Touring party has plenty of experience and the class to repeat their series win of 2010/11, writes Paul Radley.
Why England will win the Ashes
Cook is a write-off
The last time England went to Australia for the Ashes, a member of the Sky Sports commentary team wrote in his newspaper column that Alastair Cook was not up to it.
Forecasts of his imminent demise proved to be somewhat exaggerated, though, as he went on to score 766 runs at 127.66.
Cook’s undemonstrative manner does not immediately suggest the type of person who would rage angrily against naysayers. Yet he does have a fine record of proving people wrong.
Australia have settled in to their default mode of trying to undermine England’s captain already – and not just their team.
From the recesses of retirement, Shane Warne, the former Australia leg-spinner, is proving there is still no sharper sledger in the game.
However, Cook seems unflustered. Boring captaincy was good enough for a 3-0 win over the Australians in the summer. Why not again?
Conservative is good
So, Cook’s captaincy is risk-free and predictable? The same was always said of his predecessor, Andrew Strauss, too.
Successive Ashes series wins were testament to the fact Strauss’s method was plenty good enough when it came to beating Australia.
So he does not set funky fields? So what. Usually the set of players at their disposal make a captain, and Cook has the greater artillery in this series. In the modern game in general, and with ultra-professional England in particular, sparky and whimsical captaincy is less important than it used to be, anyway.
With players such as Ian Bell, Kevin Pietersen, Graeme Swann and James Anderson in tow, Cook can get away with having only two slips and a gully if Australia are 18 for three.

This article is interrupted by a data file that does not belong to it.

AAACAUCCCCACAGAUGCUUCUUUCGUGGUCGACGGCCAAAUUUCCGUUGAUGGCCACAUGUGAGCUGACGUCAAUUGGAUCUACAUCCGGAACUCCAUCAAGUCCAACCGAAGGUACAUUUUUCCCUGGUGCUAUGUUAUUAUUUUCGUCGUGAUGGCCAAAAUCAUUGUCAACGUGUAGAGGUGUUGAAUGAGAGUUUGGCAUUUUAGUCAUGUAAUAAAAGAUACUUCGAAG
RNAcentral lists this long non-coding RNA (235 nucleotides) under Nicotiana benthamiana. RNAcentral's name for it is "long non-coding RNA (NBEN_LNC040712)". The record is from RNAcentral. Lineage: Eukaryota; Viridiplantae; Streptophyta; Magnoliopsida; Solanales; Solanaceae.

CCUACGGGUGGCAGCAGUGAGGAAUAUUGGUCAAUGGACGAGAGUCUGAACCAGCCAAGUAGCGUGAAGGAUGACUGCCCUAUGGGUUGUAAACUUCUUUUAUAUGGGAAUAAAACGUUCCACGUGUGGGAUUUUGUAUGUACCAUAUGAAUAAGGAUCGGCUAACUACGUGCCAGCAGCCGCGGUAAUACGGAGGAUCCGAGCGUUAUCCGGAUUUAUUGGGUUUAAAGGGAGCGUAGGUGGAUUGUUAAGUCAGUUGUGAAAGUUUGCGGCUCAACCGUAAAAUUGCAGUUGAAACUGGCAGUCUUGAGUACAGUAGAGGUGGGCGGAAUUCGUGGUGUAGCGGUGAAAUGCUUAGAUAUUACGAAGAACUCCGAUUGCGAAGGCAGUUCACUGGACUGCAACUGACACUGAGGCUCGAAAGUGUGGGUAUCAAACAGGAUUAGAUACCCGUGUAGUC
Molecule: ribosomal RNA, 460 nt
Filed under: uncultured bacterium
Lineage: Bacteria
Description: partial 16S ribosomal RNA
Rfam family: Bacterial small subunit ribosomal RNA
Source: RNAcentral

Broad loves villainy
Telling Australian crowds to abuse Stuart Broad so much he goes home crying is like telling a navy officer to affix a catflap to their submarine. It is basically pointless.
Few players thrive on playing the villain as much as Broad. England would not have minded a few like him during the barren years of the 1990s, the man himself reasoned in the summer. When he edged behind and refused to walk in the Trent Bridge Test during the summer, he was utterly remorseless.
He was assailed with criticism from various quarters of society, so what did he do?
The next day, as he indulged in the most flagrant time-wasting during Australia’s run-chase, he appeared to be taking the mickey out of everyone.
Maybe Australia’s crowds should shower him with praise instead. That will throw him.
Pietersen eyes history
Talking of pantomime villains, Broad will have to go some to get more boos than Kevin Pietersen this winter. Opposition crowds have never needed a prompt from Darren Lehmann or anyone to have a pop at England’s most explosive batsman.
“I take it as a huge bit of respect when I go out to bat and the whole of the MCG or the whole of the Gabba hammer me,” Pietersen said in Dubai last month.
Oddly, Pietersen might be afforded some credit when the series starts in Brisbane, though. The first Test will be the 100th of a career defined by what he has done in Ashes cricket.
He is unlikely to let the occasion pass without wresting some limelight for himself, nor pass up the chance of winning the urn for a fifth time.
Familiarity is a big help
The fact it is three years, rather than the usual four, since England played an away Ashes works in their favour.
Back in 2010/11 they were bidding to retain the urn with a variety of questions hanging over them.
Could Anderson and England’s pace bowlers control the Kookaburra ball? Could Jonathan Trott play fast-bowling on quick pitches? Was Cook worthy of a place in the squad?
They seem ridiculously far-fetched now, given England’s dominance of Ashes cricket since then.
The same protagonists have been facing different versions of the same questions this time around, too. Going by their success last time around, the doubts seem rather hollow.